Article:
Valuing Your Value

By David Haddad, EdD, Program Director, MA in Counseling Psychology in Community Mental Health; Core Faculty in the Counseling Psychology Department October 05, 2015

Mental Health Tips from William James College Faculty: Valuing Your Values by David Haddad, EdD, Program Director, MA in Counseling Psychology in Community Mental Health; Core Faculty in the Counseling Psychology Department.

Values determine the choices, actions and attitudes we bring to our lives. They determine what we care about and what gives our lives meaning. Research in positive psychology has demonstrated that when we pay attention to what we value, it contributes to our overall mental health and well-being. When we take the time to identify and pursue healthy values, it is often accompanied by actions that broaden our capacity to respond to life’s challenges. We move in the direction of what we are curious about. So the simple act of shifting our attention to what we want more of in our lives can serve as the catalyst for positive change.

Tips for Cultivating Appreciation for What You Value

  • Be Appreciative: Make a practice of appreciating colleagues, friends, and family. Look for what you value.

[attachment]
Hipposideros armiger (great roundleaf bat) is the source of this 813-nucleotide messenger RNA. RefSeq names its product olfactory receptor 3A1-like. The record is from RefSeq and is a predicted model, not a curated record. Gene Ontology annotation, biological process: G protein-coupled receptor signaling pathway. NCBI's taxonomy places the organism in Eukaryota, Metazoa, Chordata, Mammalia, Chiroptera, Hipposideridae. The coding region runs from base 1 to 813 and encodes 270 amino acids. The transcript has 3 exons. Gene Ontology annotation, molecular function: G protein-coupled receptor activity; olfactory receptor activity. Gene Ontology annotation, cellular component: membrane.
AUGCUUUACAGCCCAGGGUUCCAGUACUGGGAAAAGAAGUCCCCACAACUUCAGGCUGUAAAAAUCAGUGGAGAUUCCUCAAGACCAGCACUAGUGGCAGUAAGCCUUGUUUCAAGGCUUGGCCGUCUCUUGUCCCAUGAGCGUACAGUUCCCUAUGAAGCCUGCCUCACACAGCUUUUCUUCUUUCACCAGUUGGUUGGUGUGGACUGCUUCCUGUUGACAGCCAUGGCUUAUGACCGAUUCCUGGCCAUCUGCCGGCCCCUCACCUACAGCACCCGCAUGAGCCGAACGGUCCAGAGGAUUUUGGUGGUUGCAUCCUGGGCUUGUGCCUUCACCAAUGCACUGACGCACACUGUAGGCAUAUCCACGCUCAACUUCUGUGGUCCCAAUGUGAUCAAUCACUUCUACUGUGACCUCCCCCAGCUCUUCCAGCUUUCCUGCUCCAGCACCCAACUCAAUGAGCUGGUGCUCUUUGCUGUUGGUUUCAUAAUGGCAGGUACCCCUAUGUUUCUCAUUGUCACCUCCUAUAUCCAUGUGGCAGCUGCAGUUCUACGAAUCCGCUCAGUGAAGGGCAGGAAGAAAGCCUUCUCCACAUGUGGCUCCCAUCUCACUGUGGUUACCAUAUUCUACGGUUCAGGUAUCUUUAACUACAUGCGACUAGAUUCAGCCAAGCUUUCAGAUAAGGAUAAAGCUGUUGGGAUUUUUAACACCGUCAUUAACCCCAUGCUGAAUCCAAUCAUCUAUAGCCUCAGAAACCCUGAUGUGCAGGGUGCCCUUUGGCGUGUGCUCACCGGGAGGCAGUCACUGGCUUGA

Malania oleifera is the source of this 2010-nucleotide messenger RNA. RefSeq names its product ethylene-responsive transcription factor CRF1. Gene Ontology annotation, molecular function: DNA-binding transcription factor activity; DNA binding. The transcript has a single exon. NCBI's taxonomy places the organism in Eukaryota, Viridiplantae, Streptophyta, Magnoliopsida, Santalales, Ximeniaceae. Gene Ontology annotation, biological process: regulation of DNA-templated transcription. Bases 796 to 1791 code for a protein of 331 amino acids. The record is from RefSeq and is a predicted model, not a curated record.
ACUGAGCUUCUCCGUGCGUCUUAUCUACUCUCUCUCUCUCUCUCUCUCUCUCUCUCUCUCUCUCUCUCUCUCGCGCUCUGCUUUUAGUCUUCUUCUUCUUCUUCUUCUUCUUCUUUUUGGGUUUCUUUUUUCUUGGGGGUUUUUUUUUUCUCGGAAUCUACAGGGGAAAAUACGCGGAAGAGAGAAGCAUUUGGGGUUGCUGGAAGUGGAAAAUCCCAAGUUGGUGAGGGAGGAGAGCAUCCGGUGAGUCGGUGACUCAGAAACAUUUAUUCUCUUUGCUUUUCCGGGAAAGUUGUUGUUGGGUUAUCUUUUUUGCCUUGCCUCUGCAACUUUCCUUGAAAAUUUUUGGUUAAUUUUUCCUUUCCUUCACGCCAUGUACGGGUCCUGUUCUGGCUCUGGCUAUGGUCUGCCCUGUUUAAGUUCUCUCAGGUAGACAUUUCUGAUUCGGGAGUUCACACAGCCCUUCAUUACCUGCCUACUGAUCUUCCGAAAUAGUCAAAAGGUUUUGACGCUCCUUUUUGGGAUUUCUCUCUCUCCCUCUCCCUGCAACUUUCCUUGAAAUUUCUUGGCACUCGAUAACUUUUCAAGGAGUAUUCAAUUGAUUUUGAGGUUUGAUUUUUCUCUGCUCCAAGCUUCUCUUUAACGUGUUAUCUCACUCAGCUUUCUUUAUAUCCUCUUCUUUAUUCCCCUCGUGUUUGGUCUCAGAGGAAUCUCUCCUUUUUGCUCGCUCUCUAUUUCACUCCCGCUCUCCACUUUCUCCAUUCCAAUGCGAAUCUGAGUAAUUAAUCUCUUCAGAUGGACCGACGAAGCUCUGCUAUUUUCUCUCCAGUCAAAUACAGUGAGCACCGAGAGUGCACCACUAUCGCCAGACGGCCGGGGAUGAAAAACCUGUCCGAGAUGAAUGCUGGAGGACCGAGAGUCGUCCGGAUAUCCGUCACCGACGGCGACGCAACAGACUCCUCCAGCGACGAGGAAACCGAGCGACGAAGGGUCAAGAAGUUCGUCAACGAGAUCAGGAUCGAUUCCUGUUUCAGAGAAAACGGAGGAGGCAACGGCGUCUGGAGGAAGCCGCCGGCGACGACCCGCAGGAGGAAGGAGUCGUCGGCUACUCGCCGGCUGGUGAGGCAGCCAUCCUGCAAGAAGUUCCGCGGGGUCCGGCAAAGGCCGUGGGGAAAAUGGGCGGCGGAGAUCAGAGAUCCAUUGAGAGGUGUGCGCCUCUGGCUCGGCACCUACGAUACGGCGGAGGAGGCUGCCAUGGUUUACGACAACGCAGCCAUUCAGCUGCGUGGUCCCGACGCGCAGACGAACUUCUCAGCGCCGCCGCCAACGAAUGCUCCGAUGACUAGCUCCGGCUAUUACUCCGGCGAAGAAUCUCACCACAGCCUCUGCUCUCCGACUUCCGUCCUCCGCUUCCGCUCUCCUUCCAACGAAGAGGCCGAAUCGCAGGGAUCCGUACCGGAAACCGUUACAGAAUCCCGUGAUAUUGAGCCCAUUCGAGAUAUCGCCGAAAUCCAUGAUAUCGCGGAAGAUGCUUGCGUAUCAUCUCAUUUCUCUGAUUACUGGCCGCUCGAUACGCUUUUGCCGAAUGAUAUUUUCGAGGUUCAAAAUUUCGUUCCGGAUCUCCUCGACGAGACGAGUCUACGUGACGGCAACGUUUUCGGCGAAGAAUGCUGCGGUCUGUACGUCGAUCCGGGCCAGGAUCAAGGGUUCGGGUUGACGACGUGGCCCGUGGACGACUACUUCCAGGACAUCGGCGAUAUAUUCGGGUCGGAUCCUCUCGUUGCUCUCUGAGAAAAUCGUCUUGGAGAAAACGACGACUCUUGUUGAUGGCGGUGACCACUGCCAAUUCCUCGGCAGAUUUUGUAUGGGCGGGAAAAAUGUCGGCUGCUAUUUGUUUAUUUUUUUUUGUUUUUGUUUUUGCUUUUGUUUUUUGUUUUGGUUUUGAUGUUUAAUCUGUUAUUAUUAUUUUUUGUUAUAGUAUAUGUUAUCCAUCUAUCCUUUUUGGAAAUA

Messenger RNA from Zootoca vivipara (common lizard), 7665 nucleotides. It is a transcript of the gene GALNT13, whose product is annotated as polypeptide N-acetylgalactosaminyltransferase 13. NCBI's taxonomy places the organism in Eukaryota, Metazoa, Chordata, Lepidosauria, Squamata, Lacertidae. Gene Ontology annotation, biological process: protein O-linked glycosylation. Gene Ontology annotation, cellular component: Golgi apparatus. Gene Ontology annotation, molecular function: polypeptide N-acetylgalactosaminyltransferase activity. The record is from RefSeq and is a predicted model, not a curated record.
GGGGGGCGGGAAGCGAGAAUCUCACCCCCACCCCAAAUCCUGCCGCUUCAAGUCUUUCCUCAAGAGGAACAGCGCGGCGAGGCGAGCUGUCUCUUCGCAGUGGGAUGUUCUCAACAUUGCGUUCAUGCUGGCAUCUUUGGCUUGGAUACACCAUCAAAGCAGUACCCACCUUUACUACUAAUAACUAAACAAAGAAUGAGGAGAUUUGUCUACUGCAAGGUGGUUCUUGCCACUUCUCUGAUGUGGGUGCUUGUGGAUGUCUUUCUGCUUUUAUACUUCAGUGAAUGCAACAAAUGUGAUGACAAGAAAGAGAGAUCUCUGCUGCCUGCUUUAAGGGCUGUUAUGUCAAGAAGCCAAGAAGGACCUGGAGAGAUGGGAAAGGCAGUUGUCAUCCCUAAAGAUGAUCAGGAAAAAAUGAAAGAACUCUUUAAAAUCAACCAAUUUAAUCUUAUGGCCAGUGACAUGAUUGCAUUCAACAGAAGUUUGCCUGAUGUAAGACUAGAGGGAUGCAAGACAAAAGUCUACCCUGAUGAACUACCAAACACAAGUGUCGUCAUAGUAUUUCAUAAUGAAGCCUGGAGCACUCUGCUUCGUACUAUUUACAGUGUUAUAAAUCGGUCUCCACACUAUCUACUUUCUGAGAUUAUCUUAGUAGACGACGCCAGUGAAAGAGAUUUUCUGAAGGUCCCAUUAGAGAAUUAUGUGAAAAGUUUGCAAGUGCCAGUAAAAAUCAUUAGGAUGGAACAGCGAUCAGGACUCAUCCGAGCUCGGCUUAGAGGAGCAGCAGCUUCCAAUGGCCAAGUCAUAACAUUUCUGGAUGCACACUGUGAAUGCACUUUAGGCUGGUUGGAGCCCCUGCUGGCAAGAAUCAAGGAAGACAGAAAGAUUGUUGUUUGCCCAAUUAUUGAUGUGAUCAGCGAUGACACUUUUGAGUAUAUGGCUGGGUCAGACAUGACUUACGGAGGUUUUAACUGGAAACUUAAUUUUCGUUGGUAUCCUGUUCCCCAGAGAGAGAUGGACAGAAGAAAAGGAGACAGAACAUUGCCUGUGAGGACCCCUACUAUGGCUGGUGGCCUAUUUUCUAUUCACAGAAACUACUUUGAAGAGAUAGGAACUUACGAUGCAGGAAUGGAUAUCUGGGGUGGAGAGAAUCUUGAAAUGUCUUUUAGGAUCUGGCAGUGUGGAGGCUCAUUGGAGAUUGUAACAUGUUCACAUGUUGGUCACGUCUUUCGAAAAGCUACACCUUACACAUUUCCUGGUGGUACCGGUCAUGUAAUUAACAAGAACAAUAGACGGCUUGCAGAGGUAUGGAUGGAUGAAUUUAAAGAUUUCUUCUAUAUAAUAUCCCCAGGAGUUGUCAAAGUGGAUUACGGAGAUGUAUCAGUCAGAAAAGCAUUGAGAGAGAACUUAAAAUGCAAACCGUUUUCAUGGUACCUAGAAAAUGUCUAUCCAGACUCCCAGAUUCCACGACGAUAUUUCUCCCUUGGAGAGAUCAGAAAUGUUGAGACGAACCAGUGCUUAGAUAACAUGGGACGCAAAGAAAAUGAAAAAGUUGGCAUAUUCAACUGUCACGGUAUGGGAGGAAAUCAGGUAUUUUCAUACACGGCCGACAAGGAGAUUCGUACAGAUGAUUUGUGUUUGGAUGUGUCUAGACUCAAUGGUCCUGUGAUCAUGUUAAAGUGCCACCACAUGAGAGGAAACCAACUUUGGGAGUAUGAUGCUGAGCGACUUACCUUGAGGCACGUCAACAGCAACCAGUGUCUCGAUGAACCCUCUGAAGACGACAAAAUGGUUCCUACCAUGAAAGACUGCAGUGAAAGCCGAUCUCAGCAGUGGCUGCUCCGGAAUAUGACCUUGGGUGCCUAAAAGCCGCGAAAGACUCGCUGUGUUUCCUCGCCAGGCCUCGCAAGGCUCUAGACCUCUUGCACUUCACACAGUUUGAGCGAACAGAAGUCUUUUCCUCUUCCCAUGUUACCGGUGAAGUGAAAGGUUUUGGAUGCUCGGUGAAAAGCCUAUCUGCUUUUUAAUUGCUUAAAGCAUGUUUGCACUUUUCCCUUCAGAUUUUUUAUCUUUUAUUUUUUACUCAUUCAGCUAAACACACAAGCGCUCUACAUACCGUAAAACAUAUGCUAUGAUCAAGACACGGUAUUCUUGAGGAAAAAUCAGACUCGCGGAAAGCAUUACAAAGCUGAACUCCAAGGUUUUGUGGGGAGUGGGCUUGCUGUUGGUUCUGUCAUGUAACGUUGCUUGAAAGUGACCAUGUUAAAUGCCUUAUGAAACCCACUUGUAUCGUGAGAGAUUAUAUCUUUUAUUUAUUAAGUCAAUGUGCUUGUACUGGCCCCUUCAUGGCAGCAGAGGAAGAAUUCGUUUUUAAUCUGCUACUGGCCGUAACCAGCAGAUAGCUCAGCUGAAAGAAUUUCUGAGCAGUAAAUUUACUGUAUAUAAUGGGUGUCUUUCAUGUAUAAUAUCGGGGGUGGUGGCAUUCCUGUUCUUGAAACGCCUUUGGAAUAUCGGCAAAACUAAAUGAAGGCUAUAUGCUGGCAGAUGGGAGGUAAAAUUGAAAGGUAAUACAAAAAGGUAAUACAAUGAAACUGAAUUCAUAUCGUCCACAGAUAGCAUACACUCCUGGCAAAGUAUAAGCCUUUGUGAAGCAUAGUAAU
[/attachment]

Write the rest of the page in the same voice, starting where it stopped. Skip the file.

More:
• Be Curious: Pay attention to the kinds of questions you ask. Are you in a debate or are you practicing curiosity? What do your questions say about what you value? 
  • Practice Kindness: The golden rule is golden because it works. Try it out; make the intention to practice acts of kindness and keep track of what effect it has on your mood. 
  • Be Grateful: One of the most effective positive psychology interventions is the gratitude journal. At the end of each day write down three things that you are grateful for. Consider the relationship between what you’re grateful for and what you value. 
  • Reflect: Create time for self-reflection. What we value shows up in those moments when we feel our lives are really working. Without self-reflection, these moments pass by unnoticed. 

Like any new skill, paying attention to what you value requires practice. Research has shown that as little as six weeks of practice can increase our understanding of what gives meaning to our lives and increases our sense of well-being.